An interesting discussion about the reaction of a Cambridge academic to her fathers death, & her subsequent retreat into her childhood love of falconry & to a lesser extent, the English countryside. It is also a treatise into depression & how a self made middle class lecturer found it difficult to accept help & insight into a disease process that essentially made her unwell & totally inaccessible to those around her apart from her hawk. It's needs were pretty much all she could cope with given the severity of her grief reaction. At times rambling, & certainly needed a lot more tightening up with regards to the direction of its narrative, I found it at times, difficult to access, & difficult to sympathise with. Interesting for those who have an interest in the countryside, falconry & mental health, but be prepared, large tracts of it are very hard work.

Review by

Over the years I have caught glimpses of various hunting birds - the occasional osprey and several eagles, including golden ones, up in the Scottish Highlands, and, just a few months ago near Coulsdon I came across a kestrel that had just brought down a wood pigeon. Most incongruously, though, was a sighting just a couple of hundred metres from the Houses of Parliament. Having parked in the courtyard of 'GOGGS', the Treasury building that overlooks Parliament Square on a very foggy morning I became aware of footsteps approaching, and out of the mist loomed a stern-faced man with his right arm raised. Resting on his fist was a beady eyed falcon viewing everything within its compass (me most definitely included) with utter disdain. This was the building's avian management contractor paying his regular visit to scare away the grubby hordes of pigeons that bedevilled the premises. I am fairly certain, though, that I have never seen a goshawk. Judging by Helen Macdonald's marvellous book even the most fleeting glimpse of a goshawk would be burned into ones memory for ever.This book might more accurately have been called 'G is for Goshawk' for although Macdonald offers a potted history of the broad ambit of falconry, it is with goshawks that she is principally concerned. Wracked with grief at the sudden death of her father she seeks therapy through buying a young goshawk, whom she names Mabel, and undertaking to train it. All hawks, it seems, are troublesome creatures, and training them is a battle of wills that stretches bird and falconer to their very limits. Macdonald's goshawk is certainly no exception and she describes her struggle to bend Mabel to her will.The descriptions of the bird's appearance, and its movements (whether in outbursts of furious temper or, later, its graceful flights launched from Macdonald's fist, are masterful, almost hypnotic. Once fully trained, the partnership between hawk and hawker is as close as that between shepherd and sheepdog, though executed with infinitely more grace.The book is, however, far more than a simple account of Macdonald's experiences training the goshawk to do her bidding. She gives us a detailed history of the falconer's art, a deep insight into the natural history of the hawk family, and a dazzling biography of T H White, now best known for his works 'The Sword in the Stone' and 'The Once and Future King' which did so much to crystallise the public's understanding of, and fascination with, the Arthurian legend. Macdonald's interest in White is, however, prompted by another of his books, the less well known account of his own attempts to train a goshawk. This chronicle, simple called 'The Goshawk' captured MacDonald's imagination as a girl, and ultimately inspired her to acquire and train her own bird. White's experience with his own goshawk, like so much else within his tortured life, was not a happy one, and the book is, by all accounts, a difficult and tortuous read. That is far from being the case with Macdonald's wonderful work which also serves to show that even the deepest grief can, gradually, eventually, be overcome.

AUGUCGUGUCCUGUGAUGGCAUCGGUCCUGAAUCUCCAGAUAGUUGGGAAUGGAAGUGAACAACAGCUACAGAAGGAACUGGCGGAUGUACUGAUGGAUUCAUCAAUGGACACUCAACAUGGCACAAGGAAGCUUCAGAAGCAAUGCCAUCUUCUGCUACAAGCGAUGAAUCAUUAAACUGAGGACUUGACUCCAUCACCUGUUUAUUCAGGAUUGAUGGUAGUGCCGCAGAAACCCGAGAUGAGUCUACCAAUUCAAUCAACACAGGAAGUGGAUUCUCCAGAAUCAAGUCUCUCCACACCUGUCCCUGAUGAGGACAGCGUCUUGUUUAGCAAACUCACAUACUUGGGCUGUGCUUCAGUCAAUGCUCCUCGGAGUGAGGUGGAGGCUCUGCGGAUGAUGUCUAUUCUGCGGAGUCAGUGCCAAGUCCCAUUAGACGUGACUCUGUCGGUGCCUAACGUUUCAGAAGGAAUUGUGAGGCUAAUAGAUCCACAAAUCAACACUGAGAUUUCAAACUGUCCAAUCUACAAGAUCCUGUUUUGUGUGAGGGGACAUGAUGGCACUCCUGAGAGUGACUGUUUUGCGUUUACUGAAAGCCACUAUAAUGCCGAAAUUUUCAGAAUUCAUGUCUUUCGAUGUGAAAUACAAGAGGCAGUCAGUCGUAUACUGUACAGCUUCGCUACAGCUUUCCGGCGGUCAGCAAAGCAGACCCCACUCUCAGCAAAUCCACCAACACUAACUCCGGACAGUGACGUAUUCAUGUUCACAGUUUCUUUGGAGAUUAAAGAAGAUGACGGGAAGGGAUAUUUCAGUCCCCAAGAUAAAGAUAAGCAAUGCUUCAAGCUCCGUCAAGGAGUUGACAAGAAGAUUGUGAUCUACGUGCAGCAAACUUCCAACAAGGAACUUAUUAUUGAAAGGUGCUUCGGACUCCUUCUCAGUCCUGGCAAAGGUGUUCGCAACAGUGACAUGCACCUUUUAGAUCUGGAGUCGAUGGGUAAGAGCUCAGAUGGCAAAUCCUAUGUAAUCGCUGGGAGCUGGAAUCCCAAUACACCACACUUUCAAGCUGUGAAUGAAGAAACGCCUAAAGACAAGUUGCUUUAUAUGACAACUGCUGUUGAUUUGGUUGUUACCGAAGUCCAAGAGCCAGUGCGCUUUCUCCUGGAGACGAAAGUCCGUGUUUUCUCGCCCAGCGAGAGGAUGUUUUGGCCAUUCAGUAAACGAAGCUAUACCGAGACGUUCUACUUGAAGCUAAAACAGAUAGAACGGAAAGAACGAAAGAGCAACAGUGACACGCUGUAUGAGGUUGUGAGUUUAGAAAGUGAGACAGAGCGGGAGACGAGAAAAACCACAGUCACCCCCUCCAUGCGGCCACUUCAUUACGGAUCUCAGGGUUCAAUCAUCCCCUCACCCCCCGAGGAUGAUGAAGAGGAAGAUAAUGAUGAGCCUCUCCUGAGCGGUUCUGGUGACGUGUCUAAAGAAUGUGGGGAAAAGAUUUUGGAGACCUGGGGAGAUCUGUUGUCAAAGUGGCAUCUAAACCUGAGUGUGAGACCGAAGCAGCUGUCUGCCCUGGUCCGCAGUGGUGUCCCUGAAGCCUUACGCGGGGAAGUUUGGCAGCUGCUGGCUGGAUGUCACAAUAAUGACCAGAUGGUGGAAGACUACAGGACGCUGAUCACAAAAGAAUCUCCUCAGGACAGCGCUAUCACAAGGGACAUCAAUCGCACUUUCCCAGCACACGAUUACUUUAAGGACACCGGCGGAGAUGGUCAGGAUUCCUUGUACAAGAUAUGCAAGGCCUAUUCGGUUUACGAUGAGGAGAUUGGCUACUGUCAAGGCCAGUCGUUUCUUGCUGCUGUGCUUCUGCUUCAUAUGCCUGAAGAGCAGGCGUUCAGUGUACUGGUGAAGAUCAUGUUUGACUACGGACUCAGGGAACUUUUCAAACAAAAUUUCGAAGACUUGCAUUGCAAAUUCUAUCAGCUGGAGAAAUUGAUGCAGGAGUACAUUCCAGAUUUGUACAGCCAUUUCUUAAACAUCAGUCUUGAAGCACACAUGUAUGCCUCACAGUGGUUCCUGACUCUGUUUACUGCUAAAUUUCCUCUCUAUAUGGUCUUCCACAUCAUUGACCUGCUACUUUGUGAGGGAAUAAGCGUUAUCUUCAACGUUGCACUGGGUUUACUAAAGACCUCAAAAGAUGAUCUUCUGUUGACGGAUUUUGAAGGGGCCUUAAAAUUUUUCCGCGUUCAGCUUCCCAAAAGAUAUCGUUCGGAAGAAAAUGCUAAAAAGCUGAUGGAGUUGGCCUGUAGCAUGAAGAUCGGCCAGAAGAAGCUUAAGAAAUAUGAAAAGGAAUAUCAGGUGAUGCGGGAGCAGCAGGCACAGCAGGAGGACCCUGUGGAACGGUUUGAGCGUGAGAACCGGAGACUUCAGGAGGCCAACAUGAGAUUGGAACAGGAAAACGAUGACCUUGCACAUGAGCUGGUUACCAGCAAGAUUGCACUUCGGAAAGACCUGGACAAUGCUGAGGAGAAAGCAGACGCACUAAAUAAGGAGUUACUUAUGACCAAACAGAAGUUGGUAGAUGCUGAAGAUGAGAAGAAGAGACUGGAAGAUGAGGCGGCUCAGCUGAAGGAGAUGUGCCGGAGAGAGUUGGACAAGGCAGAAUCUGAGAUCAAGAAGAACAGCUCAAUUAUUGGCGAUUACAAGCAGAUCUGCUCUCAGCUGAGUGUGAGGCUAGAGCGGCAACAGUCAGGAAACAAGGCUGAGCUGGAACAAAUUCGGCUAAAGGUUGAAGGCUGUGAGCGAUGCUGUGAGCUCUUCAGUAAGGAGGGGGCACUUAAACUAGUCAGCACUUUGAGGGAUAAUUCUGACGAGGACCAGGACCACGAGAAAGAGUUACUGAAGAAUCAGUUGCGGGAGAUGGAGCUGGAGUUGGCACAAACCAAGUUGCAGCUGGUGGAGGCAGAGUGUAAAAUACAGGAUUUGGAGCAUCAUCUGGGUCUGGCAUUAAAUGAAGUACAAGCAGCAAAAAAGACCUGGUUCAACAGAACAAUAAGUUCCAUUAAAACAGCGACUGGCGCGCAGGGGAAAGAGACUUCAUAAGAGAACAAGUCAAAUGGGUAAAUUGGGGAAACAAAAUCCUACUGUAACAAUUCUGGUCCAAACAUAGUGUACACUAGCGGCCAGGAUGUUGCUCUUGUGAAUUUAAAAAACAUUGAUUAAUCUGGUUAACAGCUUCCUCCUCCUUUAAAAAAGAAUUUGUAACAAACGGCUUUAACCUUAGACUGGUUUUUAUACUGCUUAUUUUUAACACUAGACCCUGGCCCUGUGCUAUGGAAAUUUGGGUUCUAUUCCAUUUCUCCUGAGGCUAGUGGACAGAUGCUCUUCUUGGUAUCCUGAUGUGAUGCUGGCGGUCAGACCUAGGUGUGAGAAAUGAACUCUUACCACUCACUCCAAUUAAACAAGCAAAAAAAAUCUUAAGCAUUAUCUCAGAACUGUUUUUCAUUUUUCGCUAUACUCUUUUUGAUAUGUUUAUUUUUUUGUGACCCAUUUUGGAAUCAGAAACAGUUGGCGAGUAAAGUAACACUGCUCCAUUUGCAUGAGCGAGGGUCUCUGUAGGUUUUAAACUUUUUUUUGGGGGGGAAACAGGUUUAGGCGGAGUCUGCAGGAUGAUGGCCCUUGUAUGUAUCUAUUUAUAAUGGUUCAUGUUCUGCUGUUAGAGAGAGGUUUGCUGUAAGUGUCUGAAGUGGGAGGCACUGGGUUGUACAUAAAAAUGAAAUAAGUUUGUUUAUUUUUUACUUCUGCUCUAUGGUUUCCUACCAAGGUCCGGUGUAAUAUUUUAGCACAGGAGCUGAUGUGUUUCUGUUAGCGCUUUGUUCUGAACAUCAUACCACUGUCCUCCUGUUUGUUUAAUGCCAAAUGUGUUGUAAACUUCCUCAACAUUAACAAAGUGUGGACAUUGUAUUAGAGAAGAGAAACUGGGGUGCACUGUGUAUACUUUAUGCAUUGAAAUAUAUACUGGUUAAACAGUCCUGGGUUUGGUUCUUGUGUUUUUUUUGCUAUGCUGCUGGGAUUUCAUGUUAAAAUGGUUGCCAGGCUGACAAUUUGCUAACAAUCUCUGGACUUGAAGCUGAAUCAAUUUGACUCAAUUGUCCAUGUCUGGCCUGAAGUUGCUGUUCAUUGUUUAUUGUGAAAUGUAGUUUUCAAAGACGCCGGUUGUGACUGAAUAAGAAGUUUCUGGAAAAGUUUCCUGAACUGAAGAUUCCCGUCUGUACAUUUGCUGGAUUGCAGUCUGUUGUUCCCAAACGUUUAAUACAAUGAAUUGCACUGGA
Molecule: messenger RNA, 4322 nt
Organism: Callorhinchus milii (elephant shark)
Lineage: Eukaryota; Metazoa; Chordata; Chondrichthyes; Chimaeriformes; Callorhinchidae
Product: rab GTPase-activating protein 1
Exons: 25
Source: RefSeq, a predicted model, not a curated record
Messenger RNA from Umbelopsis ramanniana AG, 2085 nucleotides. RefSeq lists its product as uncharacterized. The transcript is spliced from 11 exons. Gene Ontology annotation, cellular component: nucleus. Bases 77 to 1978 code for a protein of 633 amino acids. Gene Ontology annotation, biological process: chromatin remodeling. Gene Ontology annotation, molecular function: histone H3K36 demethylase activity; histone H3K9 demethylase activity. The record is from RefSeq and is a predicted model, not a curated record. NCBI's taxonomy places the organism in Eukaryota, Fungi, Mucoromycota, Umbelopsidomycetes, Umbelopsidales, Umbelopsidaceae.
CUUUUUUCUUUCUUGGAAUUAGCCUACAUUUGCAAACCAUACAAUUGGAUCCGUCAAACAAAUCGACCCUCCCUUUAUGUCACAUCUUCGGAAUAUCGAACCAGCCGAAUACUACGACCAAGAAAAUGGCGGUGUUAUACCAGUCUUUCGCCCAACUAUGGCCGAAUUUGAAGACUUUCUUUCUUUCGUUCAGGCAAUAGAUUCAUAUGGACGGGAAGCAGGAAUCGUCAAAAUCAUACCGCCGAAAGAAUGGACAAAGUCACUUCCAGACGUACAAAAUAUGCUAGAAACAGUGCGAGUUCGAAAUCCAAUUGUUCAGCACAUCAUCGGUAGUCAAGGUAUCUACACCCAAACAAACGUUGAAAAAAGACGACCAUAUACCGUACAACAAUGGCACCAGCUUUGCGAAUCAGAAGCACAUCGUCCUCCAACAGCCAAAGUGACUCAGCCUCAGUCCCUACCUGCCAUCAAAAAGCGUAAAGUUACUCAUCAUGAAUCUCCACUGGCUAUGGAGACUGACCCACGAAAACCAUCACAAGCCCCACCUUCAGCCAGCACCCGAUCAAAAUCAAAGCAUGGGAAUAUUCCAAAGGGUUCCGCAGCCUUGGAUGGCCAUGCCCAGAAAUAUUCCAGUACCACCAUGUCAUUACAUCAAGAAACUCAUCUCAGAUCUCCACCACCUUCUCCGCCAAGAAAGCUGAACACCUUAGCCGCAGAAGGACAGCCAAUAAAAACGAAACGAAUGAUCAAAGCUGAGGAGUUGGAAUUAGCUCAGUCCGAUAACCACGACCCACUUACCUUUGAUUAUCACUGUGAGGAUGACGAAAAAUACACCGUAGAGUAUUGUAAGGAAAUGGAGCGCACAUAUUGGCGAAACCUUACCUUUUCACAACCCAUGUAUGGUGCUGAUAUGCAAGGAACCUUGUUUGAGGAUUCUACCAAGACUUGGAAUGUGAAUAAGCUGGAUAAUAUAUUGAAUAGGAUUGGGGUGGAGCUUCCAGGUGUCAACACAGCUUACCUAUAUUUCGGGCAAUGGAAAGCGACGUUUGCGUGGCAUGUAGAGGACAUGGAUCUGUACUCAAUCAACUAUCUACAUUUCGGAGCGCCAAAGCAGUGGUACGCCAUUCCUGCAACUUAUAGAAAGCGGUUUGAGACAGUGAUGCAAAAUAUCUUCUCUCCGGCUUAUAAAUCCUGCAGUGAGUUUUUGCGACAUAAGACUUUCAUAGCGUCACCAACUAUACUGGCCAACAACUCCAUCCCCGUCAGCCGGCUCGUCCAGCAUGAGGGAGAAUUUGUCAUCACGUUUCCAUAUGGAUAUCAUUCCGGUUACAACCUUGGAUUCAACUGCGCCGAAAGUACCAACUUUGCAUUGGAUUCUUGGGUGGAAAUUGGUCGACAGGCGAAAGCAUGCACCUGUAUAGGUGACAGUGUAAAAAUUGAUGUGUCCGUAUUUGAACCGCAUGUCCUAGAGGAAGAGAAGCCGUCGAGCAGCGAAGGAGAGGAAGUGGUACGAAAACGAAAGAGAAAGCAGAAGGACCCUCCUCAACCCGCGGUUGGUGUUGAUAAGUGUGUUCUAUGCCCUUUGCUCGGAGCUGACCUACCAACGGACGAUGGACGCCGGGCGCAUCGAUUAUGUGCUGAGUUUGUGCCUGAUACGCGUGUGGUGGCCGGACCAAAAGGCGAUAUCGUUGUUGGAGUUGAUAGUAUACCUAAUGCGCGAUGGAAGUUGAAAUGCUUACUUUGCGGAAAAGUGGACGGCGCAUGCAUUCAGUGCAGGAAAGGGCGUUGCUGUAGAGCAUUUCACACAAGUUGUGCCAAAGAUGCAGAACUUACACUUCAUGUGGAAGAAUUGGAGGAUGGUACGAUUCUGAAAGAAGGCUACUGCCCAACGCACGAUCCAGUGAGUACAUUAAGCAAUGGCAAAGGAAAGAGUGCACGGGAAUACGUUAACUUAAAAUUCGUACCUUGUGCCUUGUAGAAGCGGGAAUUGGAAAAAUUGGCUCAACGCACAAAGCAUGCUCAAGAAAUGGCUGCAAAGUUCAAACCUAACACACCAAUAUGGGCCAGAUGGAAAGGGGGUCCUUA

Review by

Turns out that the artwork by Christopher Wormell is just absolutely right for this book. From glimpsed headlines, I knew there were hawks within its pages. And grieving. Beyond that, I wanted to make sure I didn’t know what to expect. I avoided the reviews, the commentaries as it won prizes. Oh and this book is unexpectedly lovely, unexpectedly painful and unexpectedly about so much more than hawks and grieving. I lingered over this book not because the writing is difficult (it’s clear, precise), but because it’s beautiful.